Two Minute Tips

The art of column writing

April 17, 2014

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At one time, it took many years before a select few journalists could be invested in the purple as columnists. This carried distinct benefits: They were seasoned veterans with the experience, street smarts and capabilities that only time conveys. Sure, a few burnouts were sidelined as columnists, but for the most part this was a position that was earned the old-fashioned way.

Today, the ranks of columnists are much more open. News organizations want young voices. With blogs, nearly anyone can be a “columnist.” In our Cold Civil War, the lines between news and opinion have become unfortunately blurred. With this has come some good and much bad.


“As the veteran metro columnist
for the Arizona Republic,
E.J. Montini says,
‘Anybody can be a columnist
for two weeks.’ “

Being a successful columnist is very hard work, contrary to what some of your colleagues might think (“she just gets to write whatever comes into her head now!”). Coming up with fresh material and presenting it in a compelling, original way is a challenge. To do it even once a week, over and over, is among the toughest jobs in journalism. Also, you’ll be a target. Be prepared for hate mail along with the satisfying moments when people who stop you on the street and say, “Aren’t you the columnist?” I’ve had campaigns to get me fired at more than one paper.

I’ve been writing columns for major metropolitan newspapers for more than a quarter century (!). My work has also been carried on the New York Times News Service and the wires of Scripps Howard, Gannett and Knight Ridder. They have appeared in newspapers throughout North America. I’ve also been blogging since the late 1990s and write for three, including this one.

A few thoughts:

  1. As the veteran metro columnist for the Arizona Republic, E.J. Montini, says, “Anybody can be a columnist for two weeks.” After that time, they run out of things to say. So if they stay in the job, they merely repeat themselves. The dirty secret is most people who are writing columns today shouldn’t be. Real columnists are few. It’s an art. There’s no shame in not having this particular talent. In the same way, I will never be a real copy editor — it’s just not in my DNA.
  2. Cultivate a distinct viewpoint and voice. Have opinions. A real columnist, aside from humor writing, needs a constant reservoir of outrage, a chip on his or her shoulder. Many newspapers are afraid of this now and as a result they have boring columnists. More than any other destination in print or online, a fine columnist can speak truth to power, hold the bastards accountable and tell the back story.
  3. You must be a very good writer. Column writing is not news writing. It is story-telling, persuasion, explanation, all conveyed through distinctive writing that is not found elsewhere in the newspaper or news organization. Even data-maven Ezra Klein is a talented practitioner of language.
  4. Read and learn from the greats, including H.L Mencken, A.J. Liebling, Dorothy Thompson, Walter Lippman, Jimmy Breslin, Pete Hamill, Mike Royko, Peggy Noonan and Russell Baker. In business journalism, some of the best writing today are James B. Stewart, Gretchen Morgenson, Joe Nocera, Steven Pearlstein and Michael Hiltzik. If you don’t aspire to join their ranks, quit now.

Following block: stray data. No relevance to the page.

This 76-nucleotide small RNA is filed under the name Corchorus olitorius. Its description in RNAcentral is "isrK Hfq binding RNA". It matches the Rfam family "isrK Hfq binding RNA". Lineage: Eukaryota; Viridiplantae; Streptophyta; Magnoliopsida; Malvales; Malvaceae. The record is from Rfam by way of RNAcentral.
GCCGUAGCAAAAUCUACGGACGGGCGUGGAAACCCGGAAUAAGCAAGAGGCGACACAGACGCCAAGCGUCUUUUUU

5. Maybe your strength is in a specialty column. It might be personal finance, where the likes of Liz Pulliam Weston and Jane Bryant Quinn set the bar. Or perhaps the leading industry in your city or metro, such as automobiles. The specialty column still needs a voice and great writing. It also demands deep expertise (otherwise, who would accept investing advice from a journalist?).
  6. Don’t feel as if you need all the answers. When I came to Seattle, I was open with readers that I was new in town and didn’t claim to be omniscient. It was an advantage. Just as with a reporter, curiosity and a hunger to learn are your advantages.
  7. Do be unpredictable while being consistent in your core values — the spine that will draw you a loyal core of readers. They will get to know you, count on you. But don’t be afraid to break the mold when the facts and your passion lead you.
  8. In most cases, a well-reported column is a stronger column. This is doubly true in business journalism. At the Seattle Times, I’ve worked to take my columns to a level of deep reporting I never reached before, as in this one about the often-neglected maritime sector. When Nate Silver dismissed the pundits of D.C. in the 2012 election, it was because of their often ignorant echo-chamber prattling. Good reporting and, as always, getting out of the newsroom, are wonderful antidotes.
  9. Write with authority. This is especially important in business news, where, even if you do a takedown of a powerful executive, you want insiders to know you’ve done your homework. Authority doesn’t mean arrogance. It does mean you know the material and argue and write with confidence.
  10. Don’t be afraid to have fun. I write on some of the most serious — and potentially dullest — stuff in the newspaper. But one of my most popular recent pieces was this one for April Fool’s Day. Beyond that, the killer quote, rhetorical excellence and word play can all make a business column something more than “a business column.” One of the highest bits of praise I hear is when a reader tells me, “I never read the business section before I found your column…”

Guess what, I don’t have anywhere near all the answers on column writing. But if you start with these pointers, you’ll be on your way.

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